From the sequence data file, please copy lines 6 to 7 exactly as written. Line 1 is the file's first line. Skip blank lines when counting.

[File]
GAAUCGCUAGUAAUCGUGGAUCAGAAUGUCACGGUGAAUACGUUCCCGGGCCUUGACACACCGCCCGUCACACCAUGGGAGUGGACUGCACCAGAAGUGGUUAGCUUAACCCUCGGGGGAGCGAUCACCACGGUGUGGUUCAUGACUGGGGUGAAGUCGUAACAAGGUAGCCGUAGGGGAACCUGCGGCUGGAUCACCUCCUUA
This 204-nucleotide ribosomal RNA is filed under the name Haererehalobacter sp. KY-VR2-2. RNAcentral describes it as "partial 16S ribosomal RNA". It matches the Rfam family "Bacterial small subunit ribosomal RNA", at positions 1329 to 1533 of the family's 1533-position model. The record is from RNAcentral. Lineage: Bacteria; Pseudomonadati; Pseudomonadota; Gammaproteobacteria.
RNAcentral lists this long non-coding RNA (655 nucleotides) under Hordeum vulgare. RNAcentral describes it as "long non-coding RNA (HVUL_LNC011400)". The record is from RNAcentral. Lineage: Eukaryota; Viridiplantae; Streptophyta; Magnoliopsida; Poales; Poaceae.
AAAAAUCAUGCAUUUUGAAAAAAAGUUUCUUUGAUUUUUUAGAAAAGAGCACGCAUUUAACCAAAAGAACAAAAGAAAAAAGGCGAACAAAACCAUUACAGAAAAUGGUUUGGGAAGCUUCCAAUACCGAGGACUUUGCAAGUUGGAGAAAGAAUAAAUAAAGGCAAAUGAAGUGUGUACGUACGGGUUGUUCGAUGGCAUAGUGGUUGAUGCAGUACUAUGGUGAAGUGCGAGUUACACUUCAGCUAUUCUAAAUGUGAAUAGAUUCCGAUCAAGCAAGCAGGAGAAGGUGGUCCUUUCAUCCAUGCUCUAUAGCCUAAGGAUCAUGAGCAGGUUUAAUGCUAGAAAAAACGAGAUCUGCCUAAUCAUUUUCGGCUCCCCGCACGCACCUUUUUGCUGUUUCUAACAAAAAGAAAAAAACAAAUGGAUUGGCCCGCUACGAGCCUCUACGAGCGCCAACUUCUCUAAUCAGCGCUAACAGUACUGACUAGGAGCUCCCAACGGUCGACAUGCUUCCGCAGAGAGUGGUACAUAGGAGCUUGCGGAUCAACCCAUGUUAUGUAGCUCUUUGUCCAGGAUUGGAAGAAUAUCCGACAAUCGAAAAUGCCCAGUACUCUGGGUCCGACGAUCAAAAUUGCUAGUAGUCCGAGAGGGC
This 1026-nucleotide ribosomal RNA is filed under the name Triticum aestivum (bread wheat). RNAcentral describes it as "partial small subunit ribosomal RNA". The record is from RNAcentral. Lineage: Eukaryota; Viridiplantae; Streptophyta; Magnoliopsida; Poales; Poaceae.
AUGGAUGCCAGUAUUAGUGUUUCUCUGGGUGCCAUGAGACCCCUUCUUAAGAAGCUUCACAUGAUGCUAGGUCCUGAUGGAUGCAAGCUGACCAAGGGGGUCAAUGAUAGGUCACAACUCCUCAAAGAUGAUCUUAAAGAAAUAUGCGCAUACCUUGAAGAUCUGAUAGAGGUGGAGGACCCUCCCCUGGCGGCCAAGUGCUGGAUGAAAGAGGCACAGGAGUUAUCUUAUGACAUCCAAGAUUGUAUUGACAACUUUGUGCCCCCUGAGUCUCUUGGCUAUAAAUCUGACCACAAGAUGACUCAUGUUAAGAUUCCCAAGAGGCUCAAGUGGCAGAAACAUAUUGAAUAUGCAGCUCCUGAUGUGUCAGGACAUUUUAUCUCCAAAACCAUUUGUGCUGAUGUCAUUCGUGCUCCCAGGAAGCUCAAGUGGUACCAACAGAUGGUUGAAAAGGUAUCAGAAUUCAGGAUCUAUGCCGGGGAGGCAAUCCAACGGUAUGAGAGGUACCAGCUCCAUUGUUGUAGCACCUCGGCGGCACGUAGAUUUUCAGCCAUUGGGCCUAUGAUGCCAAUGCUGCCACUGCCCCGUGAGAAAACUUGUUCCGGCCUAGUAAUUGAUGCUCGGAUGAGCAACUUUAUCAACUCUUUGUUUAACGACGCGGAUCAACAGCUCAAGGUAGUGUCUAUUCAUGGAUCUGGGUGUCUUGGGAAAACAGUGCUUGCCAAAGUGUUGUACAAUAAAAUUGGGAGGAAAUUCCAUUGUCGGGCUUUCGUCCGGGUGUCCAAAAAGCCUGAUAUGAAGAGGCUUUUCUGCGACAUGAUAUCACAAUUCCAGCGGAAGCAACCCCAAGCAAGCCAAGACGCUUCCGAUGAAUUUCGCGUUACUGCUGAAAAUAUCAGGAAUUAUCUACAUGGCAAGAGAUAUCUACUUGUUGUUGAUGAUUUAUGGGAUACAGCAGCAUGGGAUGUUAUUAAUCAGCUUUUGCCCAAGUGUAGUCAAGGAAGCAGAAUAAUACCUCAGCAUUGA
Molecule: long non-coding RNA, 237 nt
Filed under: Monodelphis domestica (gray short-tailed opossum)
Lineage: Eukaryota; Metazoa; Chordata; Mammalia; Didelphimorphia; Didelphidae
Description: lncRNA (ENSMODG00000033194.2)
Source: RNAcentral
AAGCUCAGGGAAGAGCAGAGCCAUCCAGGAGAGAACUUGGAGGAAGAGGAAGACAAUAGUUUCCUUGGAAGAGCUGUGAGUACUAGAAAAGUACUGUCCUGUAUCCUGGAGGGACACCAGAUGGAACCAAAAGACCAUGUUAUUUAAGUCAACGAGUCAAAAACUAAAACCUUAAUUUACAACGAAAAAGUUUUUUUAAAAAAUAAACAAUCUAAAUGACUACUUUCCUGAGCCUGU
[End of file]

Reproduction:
AUGGAUGCCAGUAUUAGUGUUUCUCUGGGUGCCAUGAGACCCCUUCUUAAGAAGCUUCACAUGAUGCUAGGUCCUGAUGGAUGCAAGCUGACCAAGGGGGUCAAUGAUAGGUCACAACUCCUCAAAGAUGAUCUUAAAGAAAUAUGCGCAUACCUUGAAGAUCUGAUAGAGGUGGAGGACCCUCCCCUGGCGGCCAAGUGCUGGAUGAAAGAGGCACAGGAGUUAUCUUAUGACAUCCAAGAUUGUAUUGACAACUUUGUGCCCCCUGAGUCUCUUGGCUAUAAAUCUGACCACAAGAUGACUCAUGUUAAGAUUCCCAAGAGGCUCAAGUGGCAGAAACAUAUUGAAUAUGCAGCUCCUGAUGUGUCAGGACAUUUUAUCUCCAAAACCAUUUGUGCUGAUGUCAUUCGUGCUCCCAGGAAGCUCAAGUGGUACCAACAGAUGGUUGAAAAGGUAUCAGAAUUCAGGAUCUAUGCCGGGGAGGCAAUCCAACGGUAUGAGAGGUACCAGCUCCAUUGUUGUAGCACCUCGGCGGCACGUAGAUUUUCAGCCAUUGGGCCUAUGAUGCCAAUGCUGCCACUGCCCCGUGAGAAAACUUGUUCCGGCCUAGUAAUUGAUGCUCGGAUGAGCAACUUUAUCAACUCUUUGUUUAACGACGCGGAUCAACAGCUCAAGGUAGUGUCUAUUCAUGGAUCUGGGUGUCUUGGGAAAACAGUGCUUGCCAAAGUGUUGUACAAUAAAAUUGGGAGGAAAUUCCAUUGUCGGGCUUUCGUCCGGGUGUCCAAAAAGCCUGAUAUGAAGAGGCUUUUCUGCGACAUGAUAUCACAAUUCCAGCGGAAGCAACCCCAAGCAAGCCAAGACGCUUCCGAUGAAUUUCGCGUUACUGCUGAAAAUAUCAGGAAUUAUCUACAUGGCAAGAGAUAUCUACUUGUUGUUGAUGAUUUAUGGGAUACAGCAGCAUGGGAUGUUAUUAAUCAGCUUUUGCCCAAGUGUAGUCAAGGAAGCAGAAUAAUACCUCAGCAUUGA
Molecule: long non-coding RNA, 237 nt